how to optimize game performance and get 60 FPS without sacrificing graphics


Who was going to say to us that on a day like today we would be talking about God of War on PC, no more, no less. But that is exactly the case. The legendary game that Sony Santa Monica signed in 2018 arrives this week on Steam and Epic Games Store, in a very well achieved port with some very interesting exclusive functions as well. But at this moment, we are not here to assess the game, but rather to optimize it: our goal is to find the best configuration possible, so that you can enjoy its graphics with reasonable performance. If you have read us for a long time, you will know that at 3DJuegos PC we like to work with clear objectives, so that will be the first step.

Although Kratos has us used to games hack-and-slash of frantic action, in reality this delivery is somewhat more leisurely and narrative-centric, following in the wake of The Last of Us. Come on, there was not too much problem in limiting the game to 30 frames per second in order to preserve its technical virtues, which is what players were going to really enjoy. On PC, you’ll have to settle for that if you’re playing something like a GTX 970 — you might be able to hit 60 FPS, but with huge visual sacrifices — although we’ll aim a little higher in the interest of preserving the action. And what about the graphics?

Well, in the settings menu you will find seven parameters to experiment with; with up five possible configurations for each one. I’d say most magazine readers will go for the “high” preset knowing that the most popular graphics cards are the same or similar to the GTX 1060. But of course, you can always go one step further. And if you really want to be prepared in a good way, you know what to do: review that you have everything ready. Below these lines, you have the requirements Official minimums and recommended, as well as other indications that (hopefully) will be useful to you; including contrasts between scaling systems.

Without further ado:

  • I have worked with a team provided by Nvidia that carries an RTX 3080 Founder’s Edition, an i9 10900K and 64 GB of RAM. I was able to examine the game’s performance at 1080p and 2160p resolutions, both native and scaled.
  • Nvidia drivers that include optimizations for God of War will arrive at GeForce Experience on Friday, January 14. The version that I have used during the writing of the article is the previous one: WHQL 511.17, also available from that application. A mandatory step in modest outfits.
  • I recommend you visit the God of War analysis to resolve issues of another kind, such as compatibility with controllers or the assessment of its exclusive functions for this platform: this article is only technical.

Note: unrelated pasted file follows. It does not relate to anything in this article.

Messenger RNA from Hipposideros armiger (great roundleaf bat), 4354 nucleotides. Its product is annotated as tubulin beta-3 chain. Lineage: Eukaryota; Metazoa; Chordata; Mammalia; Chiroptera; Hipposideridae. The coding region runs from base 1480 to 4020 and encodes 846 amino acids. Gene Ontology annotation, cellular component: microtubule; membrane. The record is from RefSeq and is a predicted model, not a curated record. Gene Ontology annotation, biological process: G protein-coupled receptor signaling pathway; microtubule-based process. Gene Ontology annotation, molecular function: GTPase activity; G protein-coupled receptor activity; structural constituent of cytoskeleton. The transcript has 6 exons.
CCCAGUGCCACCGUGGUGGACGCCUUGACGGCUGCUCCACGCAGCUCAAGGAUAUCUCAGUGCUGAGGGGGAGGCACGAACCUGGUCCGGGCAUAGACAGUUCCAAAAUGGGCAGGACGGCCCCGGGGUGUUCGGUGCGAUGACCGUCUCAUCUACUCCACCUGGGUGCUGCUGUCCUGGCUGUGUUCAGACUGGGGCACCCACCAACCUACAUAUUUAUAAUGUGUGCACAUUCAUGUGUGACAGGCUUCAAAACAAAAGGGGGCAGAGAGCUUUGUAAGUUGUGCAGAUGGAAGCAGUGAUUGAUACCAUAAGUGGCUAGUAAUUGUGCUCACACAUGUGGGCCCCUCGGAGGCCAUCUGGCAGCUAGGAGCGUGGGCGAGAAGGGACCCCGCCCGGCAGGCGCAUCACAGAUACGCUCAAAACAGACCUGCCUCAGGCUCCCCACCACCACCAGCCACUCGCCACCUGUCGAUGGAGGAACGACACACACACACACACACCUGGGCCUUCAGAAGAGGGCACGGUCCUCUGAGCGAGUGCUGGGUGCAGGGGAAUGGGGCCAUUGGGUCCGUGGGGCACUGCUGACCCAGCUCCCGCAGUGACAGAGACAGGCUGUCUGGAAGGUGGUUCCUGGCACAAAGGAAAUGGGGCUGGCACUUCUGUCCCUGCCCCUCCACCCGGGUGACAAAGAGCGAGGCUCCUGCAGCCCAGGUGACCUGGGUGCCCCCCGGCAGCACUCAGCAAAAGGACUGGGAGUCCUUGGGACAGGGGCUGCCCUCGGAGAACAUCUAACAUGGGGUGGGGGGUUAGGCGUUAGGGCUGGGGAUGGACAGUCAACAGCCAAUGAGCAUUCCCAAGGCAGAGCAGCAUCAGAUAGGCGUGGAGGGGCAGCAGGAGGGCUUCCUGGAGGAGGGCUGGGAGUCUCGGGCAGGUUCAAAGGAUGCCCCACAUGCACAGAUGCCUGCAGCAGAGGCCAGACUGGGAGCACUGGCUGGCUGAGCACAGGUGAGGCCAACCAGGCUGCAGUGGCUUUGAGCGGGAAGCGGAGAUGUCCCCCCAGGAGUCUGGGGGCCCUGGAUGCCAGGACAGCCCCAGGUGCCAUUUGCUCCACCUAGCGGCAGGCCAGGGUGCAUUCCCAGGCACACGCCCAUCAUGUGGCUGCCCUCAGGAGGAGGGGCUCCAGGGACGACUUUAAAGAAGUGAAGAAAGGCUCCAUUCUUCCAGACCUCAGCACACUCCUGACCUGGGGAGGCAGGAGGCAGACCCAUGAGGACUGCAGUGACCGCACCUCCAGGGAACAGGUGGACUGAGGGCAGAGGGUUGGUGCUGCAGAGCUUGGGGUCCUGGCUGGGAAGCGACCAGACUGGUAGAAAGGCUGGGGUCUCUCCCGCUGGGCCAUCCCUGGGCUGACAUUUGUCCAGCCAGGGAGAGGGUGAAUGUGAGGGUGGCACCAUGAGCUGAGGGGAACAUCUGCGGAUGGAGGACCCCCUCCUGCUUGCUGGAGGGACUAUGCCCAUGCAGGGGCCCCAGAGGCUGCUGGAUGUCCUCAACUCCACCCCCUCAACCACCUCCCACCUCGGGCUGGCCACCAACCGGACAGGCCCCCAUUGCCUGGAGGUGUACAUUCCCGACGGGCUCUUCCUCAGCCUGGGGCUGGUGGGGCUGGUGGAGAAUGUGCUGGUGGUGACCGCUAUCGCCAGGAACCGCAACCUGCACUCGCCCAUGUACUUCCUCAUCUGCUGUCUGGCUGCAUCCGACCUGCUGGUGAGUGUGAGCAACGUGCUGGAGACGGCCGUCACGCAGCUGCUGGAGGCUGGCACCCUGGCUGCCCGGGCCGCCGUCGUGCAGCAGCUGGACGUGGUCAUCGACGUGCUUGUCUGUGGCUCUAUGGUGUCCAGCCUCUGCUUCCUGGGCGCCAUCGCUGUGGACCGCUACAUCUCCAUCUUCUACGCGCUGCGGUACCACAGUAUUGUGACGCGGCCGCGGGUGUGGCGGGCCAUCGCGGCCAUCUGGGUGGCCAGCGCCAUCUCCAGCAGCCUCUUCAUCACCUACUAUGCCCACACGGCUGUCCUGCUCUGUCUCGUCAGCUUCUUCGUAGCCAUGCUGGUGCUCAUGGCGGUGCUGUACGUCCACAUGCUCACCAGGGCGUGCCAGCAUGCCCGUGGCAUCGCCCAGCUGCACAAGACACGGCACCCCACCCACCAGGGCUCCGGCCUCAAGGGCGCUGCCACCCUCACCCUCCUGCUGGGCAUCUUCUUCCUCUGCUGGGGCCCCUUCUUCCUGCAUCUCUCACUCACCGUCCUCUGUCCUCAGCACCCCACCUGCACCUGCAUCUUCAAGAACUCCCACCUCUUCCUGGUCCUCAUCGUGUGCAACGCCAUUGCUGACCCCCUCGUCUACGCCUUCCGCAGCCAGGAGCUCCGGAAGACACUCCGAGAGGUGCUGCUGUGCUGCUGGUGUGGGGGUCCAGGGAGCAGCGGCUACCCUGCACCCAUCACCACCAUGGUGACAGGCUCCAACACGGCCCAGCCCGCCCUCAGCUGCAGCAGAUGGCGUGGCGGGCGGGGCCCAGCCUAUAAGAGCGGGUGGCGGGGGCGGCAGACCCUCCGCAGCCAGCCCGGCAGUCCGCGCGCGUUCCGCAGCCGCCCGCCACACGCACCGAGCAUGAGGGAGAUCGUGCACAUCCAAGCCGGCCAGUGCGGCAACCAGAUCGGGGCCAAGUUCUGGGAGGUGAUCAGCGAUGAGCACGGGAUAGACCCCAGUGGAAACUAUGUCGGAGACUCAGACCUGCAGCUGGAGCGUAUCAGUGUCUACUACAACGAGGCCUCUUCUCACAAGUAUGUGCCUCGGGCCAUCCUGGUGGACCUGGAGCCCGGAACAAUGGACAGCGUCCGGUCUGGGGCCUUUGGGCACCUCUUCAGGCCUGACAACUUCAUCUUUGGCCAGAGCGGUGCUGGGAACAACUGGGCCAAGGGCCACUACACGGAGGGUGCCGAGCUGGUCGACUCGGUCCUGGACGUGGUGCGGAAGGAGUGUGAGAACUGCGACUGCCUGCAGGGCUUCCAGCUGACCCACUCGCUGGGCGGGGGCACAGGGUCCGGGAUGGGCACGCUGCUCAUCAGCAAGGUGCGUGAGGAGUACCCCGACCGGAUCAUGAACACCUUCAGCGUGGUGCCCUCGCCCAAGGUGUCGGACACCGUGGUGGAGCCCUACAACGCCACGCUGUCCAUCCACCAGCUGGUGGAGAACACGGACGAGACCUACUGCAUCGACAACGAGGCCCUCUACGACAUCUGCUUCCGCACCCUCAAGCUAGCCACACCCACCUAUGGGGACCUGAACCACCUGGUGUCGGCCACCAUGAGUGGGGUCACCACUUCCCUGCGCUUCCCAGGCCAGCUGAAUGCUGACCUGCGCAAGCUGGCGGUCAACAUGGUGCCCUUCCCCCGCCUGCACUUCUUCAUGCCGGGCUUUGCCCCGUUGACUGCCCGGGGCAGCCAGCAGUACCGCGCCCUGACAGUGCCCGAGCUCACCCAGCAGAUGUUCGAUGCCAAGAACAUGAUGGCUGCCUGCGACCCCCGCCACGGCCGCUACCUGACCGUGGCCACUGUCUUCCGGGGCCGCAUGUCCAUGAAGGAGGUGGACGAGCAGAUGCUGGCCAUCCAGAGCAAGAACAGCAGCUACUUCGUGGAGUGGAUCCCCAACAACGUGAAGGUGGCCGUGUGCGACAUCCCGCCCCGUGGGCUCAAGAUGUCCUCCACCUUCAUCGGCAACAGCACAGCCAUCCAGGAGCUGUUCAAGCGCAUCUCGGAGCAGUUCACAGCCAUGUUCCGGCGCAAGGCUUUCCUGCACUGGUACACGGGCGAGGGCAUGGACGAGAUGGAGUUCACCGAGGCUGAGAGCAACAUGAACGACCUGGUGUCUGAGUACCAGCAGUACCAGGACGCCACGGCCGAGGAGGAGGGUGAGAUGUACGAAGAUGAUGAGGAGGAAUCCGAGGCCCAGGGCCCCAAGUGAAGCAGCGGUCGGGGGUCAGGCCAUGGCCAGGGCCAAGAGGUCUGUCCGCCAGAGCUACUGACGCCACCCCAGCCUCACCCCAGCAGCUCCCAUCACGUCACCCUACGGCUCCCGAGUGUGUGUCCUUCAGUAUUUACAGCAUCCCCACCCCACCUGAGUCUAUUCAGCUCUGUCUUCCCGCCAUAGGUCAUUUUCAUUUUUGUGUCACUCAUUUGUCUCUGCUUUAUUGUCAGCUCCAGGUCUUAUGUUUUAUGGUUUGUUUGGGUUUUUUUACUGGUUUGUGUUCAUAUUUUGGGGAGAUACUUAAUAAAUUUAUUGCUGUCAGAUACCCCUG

System requirements and recommended settings

God of War (Jetpack Interactive)

Nvidia Reflex is a nice addition, but it’s already a permissive game per se

As you can see, in Jetpack Interactive —The study in charge of this port, also responsible for the PC version of Dark Souls— and Santa Monica Studio have had the decency to indicate what kind of performance you can expect for each type of device. hardware. We would like all companies to make it that easy for us. In any case, as you can see, the issue escalates rapidly as we get higher in resolution. Keep in mind that the more expensive cards listed in the table are compatible with smart scaling methods that can help you a lot in achieving attractive results.

Display menu

Most of these settings are easy to understand if you have been playing on PC for a long time. For example, being such a horizontal game it is unlikely that you will find tears in the screen, which is beneficial because it allows us dispense with vertical sync and the latency hit that that implies. For its part, Nvidia Reflex is a fairly simple recommendation: you don’t need that enhancer — God of War is quite permissive in terms of keyframes to roll or lock — but it doesn’t hurt if your graphics card allows it. Many options to suit the consumer!

God of War for PC takes advantage of the best technologies of Nvidia in his new advance

Here the question is rather in the pixel count. The game does not have full screen mode, neither in the main menu nor in the archivo settings.ini, and you can almost start to say goodbye to that option in future games because in DX12 it does not represent a stability problem. Or it shouldn’t, at least. The point is that if you want to adjust the internal resolution, for example to alleviate the weight of the image on your GPU by 5%, you would have to play in windowed mode. Saving very specific cases that depend on the distance at which you play from your screen and its size, that is a nuisance.